Bingeing on History

If you are interested in watching some productions which may add to your understanding of Charles Whalan and Elizabeth Berry’s world, here are a few suggestions:

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The first is ‘Barnaby Rudge’ – an adaptation of the novel by Charles Dickens. It is set in London at the time of the Gordon Riots of 1780.

We cover this period in Chapter 2 of our book about Charles Whalan. At the time of the riots, Charles was a young Catholic boy, experiencing the anti-Catholic sentiments of the Protestant Association, which wanted to repeal legislation that had been passed in 1778, giving Catholics the right to swear allegiance to the Crown of Great Britain without renouncing their Catholicism.

This BBC adaptation of Dickens’ work is the only TV production made. If you can forgive the 1960s black and white technology and less-than-perfect sound track, you may enjoy catching up on some history with this series.

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The second suggestion is ‘Garrow’s Law’, which follows the career of William Garrow, a very influential lawyer working  passionately at the Old Bailey in London in Charles Whalan’s time, to reform the British court system. We mention Garrow in Chapter 6 of Charles Whalan’s story, as he defended a number of Charles’ contemporaries, including Harry Stern (“Gentleman Harry”) and George Barrington, both of whom were eventually sentenced to transportation to New South Wales.

By portraying a number of his cases, the series gives a fascinating insight into the workings of the legal system of the day – e.g. showing branding as one of the possible punishments handed out to those found guilty; and the role of ‘thief takers’ (highlighted in Chapter 4 of Charles Whalan’s story, with reference to his grandfather, Charles Wayland).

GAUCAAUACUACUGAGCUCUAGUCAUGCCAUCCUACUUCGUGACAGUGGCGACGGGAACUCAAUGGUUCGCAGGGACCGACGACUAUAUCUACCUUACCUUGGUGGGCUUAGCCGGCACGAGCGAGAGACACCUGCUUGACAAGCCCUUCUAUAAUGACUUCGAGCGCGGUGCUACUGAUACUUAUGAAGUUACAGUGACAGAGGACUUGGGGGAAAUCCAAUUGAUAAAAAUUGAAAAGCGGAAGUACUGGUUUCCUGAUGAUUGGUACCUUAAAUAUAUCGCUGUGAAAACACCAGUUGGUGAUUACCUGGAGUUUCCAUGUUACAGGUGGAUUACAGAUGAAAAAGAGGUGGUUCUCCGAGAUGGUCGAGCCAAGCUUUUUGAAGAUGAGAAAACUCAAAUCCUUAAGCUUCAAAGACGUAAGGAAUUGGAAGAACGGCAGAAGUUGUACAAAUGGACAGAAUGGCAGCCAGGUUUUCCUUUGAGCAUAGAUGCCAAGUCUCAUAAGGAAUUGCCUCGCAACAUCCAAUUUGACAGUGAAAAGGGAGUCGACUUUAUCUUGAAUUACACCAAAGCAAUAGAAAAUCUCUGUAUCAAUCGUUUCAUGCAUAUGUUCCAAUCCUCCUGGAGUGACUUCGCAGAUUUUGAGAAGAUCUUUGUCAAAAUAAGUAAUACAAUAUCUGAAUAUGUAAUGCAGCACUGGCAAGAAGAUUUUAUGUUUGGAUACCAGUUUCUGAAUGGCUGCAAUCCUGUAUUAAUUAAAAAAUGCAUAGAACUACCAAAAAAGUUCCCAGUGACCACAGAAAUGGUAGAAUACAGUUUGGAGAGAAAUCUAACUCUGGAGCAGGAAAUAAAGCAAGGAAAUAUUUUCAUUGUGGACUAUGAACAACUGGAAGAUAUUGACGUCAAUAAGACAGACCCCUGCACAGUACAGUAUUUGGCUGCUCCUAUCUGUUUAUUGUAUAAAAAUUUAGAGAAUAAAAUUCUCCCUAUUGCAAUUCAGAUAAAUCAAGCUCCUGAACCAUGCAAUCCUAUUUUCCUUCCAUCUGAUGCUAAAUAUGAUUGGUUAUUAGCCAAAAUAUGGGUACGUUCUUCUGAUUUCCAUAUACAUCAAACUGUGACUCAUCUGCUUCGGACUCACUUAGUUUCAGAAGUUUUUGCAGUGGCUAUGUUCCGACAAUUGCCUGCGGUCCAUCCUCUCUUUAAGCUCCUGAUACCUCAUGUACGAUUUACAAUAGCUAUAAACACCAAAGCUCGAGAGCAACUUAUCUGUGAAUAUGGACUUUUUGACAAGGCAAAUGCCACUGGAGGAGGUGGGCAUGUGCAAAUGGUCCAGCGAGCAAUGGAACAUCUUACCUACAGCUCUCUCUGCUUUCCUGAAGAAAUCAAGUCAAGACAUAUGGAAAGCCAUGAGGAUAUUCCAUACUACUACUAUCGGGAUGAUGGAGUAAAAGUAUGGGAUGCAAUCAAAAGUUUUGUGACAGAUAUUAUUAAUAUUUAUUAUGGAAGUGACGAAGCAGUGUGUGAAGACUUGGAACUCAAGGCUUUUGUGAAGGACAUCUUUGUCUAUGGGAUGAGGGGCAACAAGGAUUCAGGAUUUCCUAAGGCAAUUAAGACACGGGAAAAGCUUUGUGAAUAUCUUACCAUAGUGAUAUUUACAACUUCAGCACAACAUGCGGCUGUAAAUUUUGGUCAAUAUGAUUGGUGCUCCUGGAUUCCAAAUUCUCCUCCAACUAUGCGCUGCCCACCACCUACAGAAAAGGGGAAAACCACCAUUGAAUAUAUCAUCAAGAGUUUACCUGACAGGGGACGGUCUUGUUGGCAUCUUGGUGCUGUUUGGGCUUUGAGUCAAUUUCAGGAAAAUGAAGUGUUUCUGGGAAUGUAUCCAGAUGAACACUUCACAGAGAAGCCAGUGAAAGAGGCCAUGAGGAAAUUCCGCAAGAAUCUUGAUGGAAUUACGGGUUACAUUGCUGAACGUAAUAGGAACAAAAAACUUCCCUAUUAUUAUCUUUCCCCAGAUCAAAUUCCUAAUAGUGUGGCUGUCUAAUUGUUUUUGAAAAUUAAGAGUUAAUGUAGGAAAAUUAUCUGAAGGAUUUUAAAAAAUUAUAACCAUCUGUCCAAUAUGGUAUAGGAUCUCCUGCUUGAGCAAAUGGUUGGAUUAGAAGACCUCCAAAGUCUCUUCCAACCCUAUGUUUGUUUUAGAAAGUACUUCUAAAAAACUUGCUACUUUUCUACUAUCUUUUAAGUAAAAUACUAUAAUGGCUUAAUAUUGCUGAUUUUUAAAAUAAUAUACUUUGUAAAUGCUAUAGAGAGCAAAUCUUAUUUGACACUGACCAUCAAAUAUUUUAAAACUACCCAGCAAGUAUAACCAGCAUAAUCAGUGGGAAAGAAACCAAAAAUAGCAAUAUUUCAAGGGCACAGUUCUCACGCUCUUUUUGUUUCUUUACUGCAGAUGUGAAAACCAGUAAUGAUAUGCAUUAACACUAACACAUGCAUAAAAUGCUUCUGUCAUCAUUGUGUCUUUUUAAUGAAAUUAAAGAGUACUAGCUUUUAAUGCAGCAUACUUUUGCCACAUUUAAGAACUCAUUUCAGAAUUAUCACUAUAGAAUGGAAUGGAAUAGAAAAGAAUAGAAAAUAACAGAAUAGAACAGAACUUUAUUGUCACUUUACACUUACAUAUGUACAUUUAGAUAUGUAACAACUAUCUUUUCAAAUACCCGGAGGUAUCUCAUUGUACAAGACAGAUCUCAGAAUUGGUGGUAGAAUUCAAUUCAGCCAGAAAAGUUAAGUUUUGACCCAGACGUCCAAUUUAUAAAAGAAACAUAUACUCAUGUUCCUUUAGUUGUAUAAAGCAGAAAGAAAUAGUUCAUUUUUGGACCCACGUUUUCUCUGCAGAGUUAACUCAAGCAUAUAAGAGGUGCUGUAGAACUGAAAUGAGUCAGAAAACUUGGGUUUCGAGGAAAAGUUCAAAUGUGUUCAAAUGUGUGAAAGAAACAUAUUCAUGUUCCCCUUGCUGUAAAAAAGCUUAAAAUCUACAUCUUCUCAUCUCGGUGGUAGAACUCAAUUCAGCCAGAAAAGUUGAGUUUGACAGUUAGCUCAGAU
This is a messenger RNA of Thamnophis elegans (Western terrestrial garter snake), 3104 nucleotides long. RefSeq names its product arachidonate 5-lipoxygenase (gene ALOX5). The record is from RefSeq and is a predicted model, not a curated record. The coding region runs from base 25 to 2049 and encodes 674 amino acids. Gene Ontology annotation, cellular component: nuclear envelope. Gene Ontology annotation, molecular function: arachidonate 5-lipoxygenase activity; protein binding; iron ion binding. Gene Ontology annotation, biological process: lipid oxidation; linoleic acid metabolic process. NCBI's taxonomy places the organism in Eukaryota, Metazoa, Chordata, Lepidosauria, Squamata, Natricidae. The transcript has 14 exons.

The story also follows Garrow’s personal life and the difficulties he faced in being with the woman he loved. Recommended viewing.

Garrow's Law

The third recommendation is the classic Australian TV production from the 1970s, ‘Against the Wind’. This production fits in so well with Charles’ and Elizabeth’s stories – it features, for example, the history of the Irish who were largely sent to Australia for political reasons, the conditions on convict ships, the battle of Vinegar Hill, the harshness of the conditions for the early arrivals, but the hope of there being a brighter future for many … covering the period from 1796-1810.

I am fortunate to have the book which was sold at the time of the production. It outlines the very careful research that was undertaken to ensure that the clothing, furnishings, utensils, weapons and so on were represented authentically. In fact I found this research helpful, and referenced it in Chapter 12 of Charles’ book (page 117), when I was recording the details of Sgt Whalan’s gun, reported to have been given by the Sergeant to a Mr Brady of the Fish River area.